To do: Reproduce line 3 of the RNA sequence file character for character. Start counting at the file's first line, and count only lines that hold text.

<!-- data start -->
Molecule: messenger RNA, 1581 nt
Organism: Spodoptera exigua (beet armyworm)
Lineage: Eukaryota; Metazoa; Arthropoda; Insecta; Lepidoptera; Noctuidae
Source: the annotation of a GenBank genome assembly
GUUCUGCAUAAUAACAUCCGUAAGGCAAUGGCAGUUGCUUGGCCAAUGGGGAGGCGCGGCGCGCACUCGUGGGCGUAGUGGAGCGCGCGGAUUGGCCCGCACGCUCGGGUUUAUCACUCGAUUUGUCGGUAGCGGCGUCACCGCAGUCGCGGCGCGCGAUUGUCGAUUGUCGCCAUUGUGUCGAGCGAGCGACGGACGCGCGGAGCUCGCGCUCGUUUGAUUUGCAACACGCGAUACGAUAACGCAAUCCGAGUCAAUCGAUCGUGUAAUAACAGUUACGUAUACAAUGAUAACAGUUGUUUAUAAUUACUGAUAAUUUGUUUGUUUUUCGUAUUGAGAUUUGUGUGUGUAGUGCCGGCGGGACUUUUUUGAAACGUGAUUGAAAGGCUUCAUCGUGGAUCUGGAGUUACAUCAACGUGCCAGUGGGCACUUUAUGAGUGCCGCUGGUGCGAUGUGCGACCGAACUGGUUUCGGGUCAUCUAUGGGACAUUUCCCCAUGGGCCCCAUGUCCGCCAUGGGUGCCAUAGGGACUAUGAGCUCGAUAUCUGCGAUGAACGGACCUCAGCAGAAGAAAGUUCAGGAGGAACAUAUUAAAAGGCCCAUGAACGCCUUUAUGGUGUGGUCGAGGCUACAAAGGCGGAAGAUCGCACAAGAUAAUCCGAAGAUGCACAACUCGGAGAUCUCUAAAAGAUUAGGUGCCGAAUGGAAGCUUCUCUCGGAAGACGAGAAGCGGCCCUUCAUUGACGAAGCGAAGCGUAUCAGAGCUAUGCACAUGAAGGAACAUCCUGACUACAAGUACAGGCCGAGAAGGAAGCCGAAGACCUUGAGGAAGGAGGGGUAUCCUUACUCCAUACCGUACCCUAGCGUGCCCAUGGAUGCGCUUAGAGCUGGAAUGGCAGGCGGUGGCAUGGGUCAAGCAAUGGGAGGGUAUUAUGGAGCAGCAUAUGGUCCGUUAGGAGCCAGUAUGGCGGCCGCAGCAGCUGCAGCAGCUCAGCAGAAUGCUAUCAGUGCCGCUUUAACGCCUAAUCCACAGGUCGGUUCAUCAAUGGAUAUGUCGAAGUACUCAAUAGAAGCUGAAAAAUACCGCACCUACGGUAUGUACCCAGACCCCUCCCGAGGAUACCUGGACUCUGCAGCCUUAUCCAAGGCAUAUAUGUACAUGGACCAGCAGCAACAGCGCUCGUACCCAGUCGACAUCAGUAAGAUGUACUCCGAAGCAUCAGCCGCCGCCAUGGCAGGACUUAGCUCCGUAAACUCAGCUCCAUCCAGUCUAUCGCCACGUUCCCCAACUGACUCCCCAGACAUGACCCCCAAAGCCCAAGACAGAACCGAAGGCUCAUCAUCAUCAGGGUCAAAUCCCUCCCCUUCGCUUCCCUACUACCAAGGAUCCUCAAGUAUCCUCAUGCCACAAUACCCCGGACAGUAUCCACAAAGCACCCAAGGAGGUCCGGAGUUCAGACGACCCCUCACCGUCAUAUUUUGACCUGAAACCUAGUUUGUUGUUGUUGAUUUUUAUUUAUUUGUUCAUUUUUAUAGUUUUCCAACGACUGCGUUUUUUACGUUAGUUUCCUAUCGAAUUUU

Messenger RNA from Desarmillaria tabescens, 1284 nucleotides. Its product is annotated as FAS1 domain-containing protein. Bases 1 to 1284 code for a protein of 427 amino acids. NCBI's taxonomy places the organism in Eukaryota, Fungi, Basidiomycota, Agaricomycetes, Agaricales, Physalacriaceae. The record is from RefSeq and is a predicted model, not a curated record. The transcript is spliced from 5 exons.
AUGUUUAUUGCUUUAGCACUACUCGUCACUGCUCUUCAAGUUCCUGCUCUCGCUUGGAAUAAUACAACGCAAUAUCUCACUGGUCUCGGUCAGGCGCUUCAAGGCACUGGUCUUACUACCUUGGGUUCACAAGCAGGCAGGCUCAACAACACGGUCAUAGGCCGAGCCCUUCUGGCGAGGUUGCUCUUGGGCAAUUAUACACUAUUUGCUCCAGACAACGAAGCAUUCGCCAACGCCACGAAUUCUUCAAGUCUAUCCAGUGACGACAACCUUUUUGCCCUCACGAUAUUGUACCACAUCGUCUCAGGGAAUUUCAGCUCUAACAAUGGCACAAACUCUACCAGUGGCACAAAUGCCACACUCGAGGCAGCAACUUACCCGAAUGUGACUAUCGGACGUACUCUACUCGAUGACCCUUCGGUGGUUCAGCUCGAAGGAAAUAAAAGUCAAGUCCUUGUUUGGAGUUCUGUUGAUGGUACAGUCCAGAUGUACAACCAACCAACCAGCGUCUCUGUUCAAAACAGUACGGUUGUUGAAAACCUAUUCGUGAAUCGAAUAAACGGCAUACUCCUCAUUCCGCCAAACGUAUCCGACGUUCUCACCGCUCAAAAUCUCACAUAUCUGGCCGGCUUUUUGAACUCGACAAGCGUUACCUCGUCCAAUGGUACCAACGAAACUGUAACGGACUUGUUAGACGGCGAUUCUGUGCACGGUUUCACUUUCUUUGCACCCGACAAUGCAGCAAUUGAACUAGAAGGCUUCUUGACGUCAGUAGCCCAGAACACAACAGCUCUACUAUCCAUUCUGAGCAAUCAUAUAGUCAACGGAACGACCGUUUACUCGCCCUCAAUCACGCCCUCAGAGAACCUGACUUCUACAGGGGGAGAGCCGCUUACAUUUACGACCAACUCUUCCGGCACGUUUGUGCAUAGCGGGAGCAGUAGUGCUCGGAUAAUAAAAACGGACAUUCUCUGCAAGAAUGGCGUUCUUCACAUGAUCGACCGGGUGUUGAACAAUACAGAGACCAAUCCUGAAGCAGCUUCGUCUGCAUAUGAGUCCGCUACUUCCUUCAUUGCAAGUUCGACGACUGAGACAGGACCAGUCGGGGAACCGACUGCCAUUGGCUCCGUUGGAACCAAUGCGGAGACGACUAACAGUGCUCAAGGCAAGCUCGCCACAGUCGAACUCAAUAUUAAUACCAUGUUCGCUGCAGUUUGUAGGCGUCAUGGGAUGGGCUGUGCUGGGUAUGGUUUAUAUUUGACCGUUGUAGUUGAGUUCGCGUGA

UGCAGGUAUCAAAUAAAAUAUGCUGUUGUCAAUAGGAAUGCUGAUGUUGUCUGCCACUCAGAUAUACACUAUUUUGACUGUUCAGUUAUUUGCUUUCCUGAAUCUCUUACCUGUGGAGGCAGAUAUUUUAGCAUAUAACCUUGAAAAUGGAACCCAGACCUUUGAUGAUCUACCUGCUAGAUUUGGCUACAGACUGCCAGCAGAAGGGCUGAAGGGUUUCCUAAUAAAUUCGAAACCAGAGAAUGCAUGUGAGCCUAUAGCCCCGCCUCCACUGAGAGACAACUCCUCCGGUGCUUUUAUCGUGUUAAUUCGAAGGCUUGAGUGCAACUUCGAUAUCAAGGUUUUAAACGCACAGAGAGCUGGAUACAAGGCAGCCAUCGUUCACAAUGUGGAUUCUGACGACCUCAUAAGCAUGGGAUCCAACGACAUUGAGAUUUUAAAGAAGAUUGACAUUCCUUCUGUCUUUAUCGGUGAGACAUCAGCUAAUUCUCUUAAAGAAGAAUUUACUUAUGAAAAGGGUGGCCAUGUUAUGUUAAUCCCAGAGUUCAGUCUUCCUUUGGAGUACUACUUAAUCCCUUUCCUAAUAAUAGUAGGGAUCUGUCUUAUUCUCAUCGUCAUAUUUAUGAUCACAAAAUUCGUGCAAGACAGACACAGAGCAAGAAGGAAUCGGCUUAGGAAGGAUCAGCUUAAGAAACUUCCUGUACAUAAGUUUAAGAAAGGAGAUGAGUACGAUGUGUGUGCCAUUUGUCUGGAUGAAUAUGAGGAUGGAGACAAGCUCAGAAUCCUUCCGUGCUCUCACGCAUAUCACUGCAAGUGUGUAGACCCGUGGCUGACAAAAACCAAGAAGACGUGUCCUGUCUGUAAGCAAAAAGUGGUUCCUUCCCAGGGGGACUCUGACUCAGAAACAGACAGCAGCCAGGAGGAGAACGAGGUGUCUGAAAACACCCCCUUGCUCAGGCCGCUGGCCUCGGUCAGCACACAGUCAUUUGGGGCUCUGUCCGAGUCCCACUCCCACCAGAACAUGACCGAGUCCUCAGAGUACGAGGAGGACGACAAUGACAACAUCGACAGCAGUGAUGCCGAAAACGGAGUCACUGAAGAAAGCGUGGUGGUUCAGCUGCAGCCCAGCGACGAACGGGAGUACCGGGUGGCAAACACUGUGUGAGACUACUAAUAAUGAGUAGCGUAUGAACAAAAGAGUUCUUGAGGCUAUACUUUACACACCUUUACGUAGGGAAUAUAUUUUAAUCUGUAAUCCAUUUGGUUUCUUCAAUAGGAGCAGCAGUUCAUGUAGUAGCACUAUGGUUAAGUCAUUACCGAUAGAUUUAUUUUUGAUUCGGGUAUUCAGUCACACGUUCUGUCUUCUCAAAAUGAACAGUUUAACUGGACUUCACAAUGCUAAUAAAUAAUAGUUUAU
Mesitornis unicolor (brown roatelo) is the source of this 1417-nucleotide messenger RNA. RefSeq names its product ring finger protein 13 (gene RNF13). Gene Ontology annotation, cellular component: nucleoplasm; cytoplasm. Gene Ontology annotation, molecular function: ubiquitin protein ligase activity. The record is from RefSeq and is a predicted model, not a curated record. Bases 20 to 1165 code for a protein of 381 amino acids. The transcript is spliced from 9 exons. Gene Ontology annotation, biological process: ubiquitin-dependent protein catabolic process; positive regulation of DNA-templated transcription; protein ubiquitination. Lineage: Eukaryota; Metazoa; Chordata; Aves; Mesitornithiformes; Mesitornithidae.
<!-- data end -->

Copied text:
Lineage: Eukaryota; Metazoa; Arthropoda; Insecta; Lepidoptera; Noctuidae